Tadiran Electronic Systems of Israel produced the Tadiran Mastiff large-scale Unmanned Aerial Vehicle in the 1980s to an Israeli Defense Force requirement for an airborne observation platform. The need developed from Israeli experiences in the 1973 Yom Kippur War against belligerent neighboring forces led by Egypt and Syria. The Mastiff allowed ground forces the ability to reconnoiter areas close to the fighting without exposing helicopter pilots and low-flying aircraft to the dangers of the battlefront directly. The Mastiff shared a similar, though decidedly more utilitarian, appearance to the unrelated streamlined Israeli Aircraft Industries Scout UAV. In fact, the Mastiff and Scout were competitors for new Israeli UAV requirements born of the 1970s - both designs eventually being accepted in number in the 1980s. The Mastiff and Scout were then replaced by the IAI Searcher UAV in the early 1990s.
Design-wise, the Mastiff was given a rectangular fuselage nacelle with a well-sloped nose housing the required optics payload, fuel stores and engine. The engine was fitted to the rear of the nacelle and arranged in a "pusher" configuration. A straight wing assembly was added across the top of the nacelle. Twin booms emanated from the lower rear sides of the nacelle, each managing a vertical tail fin connected by a high-mounted horizontal plane. The undercarriage was fixed and of a tricycle arrangement featuring two main single-wheeled legs and a single-wheeled nose leg. Dimensions included a running length of 10 feet, 10 inches, a wingspan of 13 feet, 11 inches and an overall height of 2 feet, 11 inches. When empty, the vehicle weighed 170lbs and, with mission equipment installed, this totaled 300lbs. Performance from the single engine installation netted a top speed of 115 miles per hour. Endurance time equaled 7.5 hours. The UAV could operate at ceilings up to 14,700 feet.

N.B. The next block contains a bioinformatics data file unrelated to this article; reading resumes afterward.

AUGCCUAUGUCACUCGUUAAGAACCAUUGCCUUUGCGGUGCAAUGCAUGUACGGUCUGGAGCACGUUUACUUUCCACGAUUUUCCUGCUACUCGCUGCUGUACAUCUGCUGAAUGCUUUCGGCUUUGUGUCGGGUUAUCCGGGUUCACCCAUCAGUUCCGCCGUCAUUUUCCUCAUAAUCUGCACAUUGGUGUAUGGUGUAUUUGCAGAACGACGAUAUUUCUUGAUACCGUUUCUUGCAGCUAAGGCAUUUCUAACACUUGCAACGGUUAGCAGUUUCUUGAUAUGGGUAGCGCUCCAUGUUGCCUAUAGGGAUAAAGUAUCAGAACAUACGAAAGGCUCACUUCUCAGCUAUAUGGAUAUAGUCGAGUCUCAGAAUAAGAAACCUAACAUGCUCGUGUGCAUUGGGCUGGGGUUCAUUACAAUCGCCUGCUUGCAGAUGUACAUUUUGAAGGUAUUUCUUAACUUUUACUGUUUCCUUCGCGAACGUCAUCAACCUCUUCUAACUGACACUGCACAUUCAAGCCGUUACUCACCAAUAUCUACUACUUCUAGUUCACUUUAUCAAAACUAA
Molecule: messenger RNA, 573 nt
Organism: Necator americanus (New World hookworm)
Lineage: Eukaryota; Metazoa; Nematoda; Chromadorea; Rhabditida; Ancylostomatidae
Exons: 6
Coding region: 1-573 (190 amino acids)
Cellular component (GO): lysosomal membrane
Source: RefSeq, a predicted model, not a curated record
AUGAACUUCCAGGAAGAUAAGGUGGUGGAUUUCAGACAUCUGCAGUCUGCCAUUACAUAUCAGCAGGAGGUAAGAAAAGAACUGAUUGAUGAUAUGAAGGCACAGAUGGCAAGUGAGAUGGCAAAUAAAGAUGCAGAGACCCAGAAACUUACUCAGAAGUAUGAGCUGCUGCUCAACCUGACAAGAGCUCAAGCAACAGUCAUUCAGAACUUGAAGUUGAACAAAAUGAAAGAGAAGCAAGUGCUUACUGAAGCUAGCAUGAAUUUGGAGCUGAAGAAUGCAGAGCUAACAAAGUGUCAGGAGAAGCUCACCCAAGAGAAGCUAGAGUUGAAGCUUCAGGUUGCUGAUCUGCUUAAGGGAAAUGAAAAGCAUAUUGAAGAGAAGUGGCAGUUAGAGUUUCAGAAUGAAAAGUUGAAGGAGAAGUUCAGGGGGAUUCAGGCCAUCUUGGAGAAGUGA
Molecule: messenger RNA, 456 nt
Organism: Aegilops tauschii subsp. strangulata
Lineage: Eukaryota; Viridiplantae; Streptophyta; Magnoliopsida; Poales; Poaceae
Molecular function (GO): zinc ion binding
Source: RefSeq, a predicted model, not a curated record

As the Mastiff was intended for aerial observation of the territory below, its payload was restricted to optics in the form of cameras and sensors weighing up to 80lbs. Real-time communications were relayed to a ground control unit (GCU) staffed by specially-trained personnel. Since their inception, the Mastiff was evolved through three consistently-modernized variants and utilized with success in the 1982-1983 Israeli-Lebanon War.
(OPERATORS list includes past, present, and future operators when applicable)
✓Intelligence-Surveillance-Reconnaissance (ISR), Scout
Surveil ground targets / target areas to assess environmental threat levels, enemy strength, or enemy movement.
Aircraft inherently designed (or later developed) with an unmanned capability to cover a variety of over-battlefield roles.
10.8 ft (3.30 m)
13.9 ft (4.25 m)
2.9 ft (0.89 m)
159 lb (72 kg)
304 lb (138 kg)
+146 lb (+66 kg)
(Showcased structural values pertain to the base Tadiran Mastiff production variant)
1 x Engine arranged in pusher configuration.
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